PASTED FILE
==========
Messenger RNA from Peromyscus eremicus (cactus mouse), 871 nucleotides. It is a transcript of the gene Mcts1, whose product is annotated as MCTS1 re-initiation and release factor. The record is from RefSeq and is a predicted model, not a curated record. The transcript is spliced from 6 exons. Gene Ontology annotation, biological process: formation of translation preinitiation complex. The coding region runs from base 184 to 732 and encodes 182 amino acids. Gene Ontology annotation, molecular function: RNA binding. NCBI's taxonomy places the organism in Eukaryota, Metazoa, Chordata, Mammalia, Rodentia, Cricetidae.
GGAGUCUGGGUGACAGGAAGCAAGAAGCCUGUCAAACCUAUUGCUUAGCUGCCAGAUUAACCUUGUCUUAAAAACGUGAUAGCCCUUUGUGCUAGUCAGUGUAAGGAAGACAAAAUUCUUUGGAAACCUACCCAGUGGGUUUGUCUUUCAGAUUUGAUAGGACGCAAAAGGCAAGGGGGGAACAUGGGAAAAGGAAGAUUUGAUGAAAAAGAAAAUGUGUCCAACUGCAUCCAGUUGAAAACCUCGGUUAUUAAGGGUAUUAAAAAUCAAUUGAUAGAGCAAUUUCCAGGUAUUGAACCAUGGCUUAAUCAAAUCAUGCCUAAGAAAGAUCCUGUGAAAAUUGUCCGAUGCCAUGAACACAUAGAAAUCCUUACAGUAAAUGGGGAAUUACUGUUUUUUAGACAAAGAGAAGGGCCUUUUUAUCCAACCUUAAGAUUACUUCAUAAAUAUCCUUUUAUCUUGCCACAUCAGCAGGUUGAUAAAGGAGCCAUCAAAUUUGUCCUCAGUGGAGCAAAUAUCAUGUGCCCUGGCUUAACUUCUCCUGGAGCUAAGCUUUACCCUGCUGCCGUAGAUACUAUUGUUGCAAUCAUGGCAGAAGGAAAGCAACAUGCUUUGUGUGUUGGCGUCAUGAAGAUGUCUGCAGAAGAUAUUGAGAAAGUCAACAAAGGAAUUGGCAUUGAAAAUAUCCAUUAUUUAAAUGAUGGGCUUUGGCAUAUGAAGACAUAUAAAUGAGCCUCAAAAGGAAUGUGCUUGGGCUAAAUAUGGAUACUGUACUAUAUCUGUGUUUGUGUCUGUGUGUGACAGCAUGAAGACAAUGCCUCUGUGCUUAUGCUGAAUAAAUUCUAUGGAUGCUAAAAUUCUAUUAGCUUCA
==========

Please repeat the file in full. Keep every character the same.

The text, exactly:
Messenger RNA from Peromyscus eremicus (cactus mouse), 871 nucleotides. It is a transcript of the gene Mcts1, whose product is annotated as MCTS1 re-initiation and release factor. The record is from RefSeq and is a predicted model, not a curated record. The transcript is spliced from 6 exons. Gene Ontology annotation, biological process: formation of translation preinitiation complex. The coding region runs from base 184 to 732 and encodes 182 amino acids. Gene Ontology annotation, molecular function: RNA binding. NCBI's taxonomy places the organism in Eukaryota, Metazoa, Chordata, Mammalia, Rodentia, Cricetidae.
GGAGUCUGGGUGACAGGAAGCAAGAAGCCUGUCAAACCUAUUGCUUAGCUGCCAGAUUAACCUUGUCUUAAAAACGUGAUAGCCCUUUGUGCUAGUCAGUGUAAGGAAGACAAAAUUCUUUGGAAACCUACCCAGUGGGUUUGUCUUUCAGAUUUGAUAGGACGCAAAAGGCAAGGGGGGAACAUGGGAAAAGGAAGAUUUGAUGAAAAAGAAAAUGUGUCCAACUGCAUCCAGUUGAAAACCUCGGUUAUUAAGGGUAUUAAAAAUCAAUUGAUAGAGCAAUUUCCAGGUAUUGAACCAUGGCUUAAUCAAAUCAUGCCUAAGAAAGAUCCUGUGAAAAUUGUCCGAUGCCAUGAACACAUAGAAAUCCUUACAGUAAAUGGGGAAUUACUGUUUUUUAGACAAAGAGAAGGGCCUUUUUAUCCAACCUUAAGAUUACUUCAUAAAUAUCCUUUUAUCUUGCCACAUCAGCAGGUUGAUAAAGGAGCCAUCAAAUUUGUCCUCAGUGGAGCAAAUAUCAUGUGCCCUGGCUUAACUUCUCCUGGAGCUAAGCUUUACCCUGCUGCCGUAGAUACUAUUGUUGCAAUCAUGGCAGAAGGAAAGCAACAUGCUUUGUGUGUUGGCGUCAUGAAGAUGUCUGCAGAAGAUAUUGAGAAAGUCAACAAAGGAAUUGGCAUUGAAAAUAUCCAUUAUUUAAAUGAUGGGCUUUGGCAUAUGAAGACAUAUAAAUGAGCCUCAAAAGGAAUGUGCUUGGGCUAAAUAUGGAUACUGUACUAUAUCUGUGUUUGUGUCUGUGUGUGACAGCAUGAAGACAAUGCCUCUGUGCUUAUGCUGAAUAAAUUCUAUGGAUGCUAAAAUUCUAUUAGCUUCA